Our teeth serve as an important marker for our mental health. The older we get, the more important it is that we monitor our oral care. Unfortunately, recent research has found that tooth loss may be linked to physical and mental decline in older adults. The study guided by the English Longitudinal Study of Aging conducted by a team from University College London analyzed data from 3,100+ adults aged 60 or older. Their findings suggest that tooth loss in older generations is linked to slower walking speed and declined memory function.
But what do these findings mean?
Researchers compared and contrasted older adults who retained their natural teeth to those who had none of their original teeth. After analysis, they discovered that those who lost their natural teeth performed approximately 10% worse in memory tests and walking speed than those who had some or all of their originals. While the study concentrated on seniors in the UK, similar results have been found in Canada, showing that it’s more likely for our seniors to have poor oral health if they also experience a deterioration in mental health.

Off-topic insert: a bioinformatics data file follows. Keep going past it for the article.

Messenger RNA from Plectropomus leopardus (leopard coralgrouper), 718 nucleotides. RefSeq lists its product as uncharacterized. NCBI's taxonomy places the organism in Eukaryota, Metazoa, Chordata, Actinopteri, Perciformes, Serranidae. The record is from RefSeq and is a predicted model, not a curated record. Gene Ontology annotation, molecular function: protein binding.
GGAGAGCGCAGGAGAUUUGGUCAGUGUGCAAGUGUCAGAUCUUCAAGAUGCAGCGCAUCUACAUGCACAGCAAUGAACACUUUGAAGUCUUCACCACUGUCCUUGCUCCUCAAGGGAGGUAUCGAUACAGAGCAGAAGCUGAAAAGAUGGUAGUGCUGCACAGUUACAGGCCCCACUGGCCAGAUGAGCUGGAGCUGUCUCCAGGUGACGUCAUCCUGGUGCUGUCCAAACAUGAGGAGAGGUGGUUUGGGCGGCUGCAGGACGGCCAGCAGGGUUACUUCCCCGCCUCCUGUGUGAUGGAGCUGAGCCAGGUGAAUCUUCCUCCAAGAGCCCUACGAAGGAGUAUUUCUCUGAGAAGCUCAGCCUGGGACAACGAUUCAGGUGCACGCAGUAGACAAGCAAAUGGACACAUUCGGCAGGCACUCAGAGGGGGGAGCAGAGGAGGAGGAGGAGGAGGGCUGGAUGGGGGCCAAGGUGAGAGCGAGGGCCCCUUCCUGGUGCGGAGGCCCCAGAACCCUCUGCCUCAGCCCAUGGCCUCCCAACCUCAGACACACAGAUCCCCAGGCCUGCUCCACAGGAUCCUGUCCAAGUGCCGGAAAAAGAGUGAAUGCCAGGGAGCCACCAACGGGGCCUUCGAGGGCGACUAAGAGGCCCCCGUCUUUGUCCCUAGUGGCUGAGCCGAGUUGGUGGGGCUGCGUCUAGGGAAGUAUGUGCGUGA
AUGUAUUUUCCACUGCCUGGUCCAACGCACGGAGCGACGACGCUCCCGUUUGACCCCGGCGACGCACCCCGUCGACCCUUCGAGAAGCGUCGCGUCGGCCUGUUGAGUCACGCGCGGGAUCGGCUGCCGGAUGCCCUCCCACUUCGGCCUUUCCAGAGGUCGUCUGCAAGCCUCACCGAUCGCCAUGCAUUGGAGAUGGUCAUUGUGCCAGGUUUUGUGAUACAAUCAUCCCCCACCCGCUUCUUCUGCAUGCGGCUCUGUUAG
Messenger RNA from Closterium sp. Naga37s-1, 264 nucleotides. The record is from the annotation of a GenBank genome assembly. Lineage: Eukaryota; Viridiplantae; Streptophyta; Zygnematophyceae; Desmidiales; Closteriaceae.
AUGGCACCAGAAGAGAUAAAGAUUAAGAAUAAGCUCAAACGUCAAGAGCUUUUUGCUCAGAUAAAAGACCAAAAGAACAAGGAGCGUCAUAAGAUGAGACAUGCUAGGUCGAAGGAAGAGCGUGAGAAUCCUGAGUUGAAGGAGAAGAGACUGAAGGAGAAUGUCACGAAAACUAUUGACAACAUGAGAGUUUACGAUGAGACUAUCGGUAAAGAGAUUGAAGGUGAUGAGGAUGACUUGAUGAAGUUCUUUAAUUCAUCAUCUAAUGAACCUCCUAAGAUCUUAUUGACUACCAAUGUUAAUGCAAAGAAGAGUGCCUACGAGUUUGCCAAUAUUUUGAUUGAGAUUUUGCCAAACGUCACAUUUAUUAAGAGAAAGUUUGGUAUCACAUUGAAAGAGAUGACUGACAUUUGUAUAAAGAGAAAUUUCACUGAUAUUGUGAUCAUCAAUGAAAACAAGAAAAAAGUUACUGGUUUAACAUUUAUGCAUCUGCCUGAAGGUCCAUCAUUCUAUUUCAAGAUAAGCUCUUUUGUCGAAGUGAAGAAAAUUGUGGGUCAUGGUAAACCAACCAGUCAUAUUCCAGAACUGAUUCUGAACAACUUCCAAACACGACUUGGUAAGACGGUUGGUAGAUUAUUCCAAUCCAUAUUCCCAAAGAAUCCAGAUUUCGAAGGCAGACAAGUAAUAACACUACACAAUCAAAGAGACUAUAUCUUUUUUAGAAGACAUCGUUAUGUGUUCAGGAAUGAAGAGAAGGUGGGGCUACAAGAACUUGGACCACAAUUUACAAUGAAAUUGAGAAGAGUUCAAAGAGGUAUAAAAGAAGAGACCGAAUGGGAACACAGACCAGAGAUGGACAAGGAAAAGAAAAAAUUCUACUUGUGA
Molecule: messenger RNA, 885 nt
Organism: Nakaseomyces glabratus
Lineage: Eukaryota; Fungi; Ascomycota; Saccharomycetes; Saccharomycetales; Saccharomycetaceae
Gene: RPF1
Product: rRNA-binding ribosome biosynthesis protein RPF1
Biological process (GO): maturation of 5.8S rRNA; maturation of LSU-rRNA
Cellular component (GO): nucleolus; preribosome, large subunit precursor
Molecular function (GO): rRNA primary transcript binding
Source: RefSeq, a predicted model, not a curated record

Before we further explore the link between tooth loss and physical mental decline in older adults, we have to look at what’s causing this tooth loss. Periodontal or gum disease is the leading cause of tooth loss for adults. It’s estimated that almost half of the adult population in the United States has periodontal disease, and 80% of all Canadians have some form of it. Although not all cases are severe, with numbers that strong, it’s safe to say that it’s never too early to protect your natural teeth. If you’ve been diagnosed with gum disease, gingivitis or any form of periodontal disease and have not reached the age of sixty, it’s more important than ever that you care for your teeth.
Schedule regular cleanings to have built-up tartar and plaque removed. Brush your teeth twice daily and floss at least once a day. Ask your dentist to show you proper flossing and brushing techniques to ensure you are doing it properly. Save your teeth now and your mind will thank you later.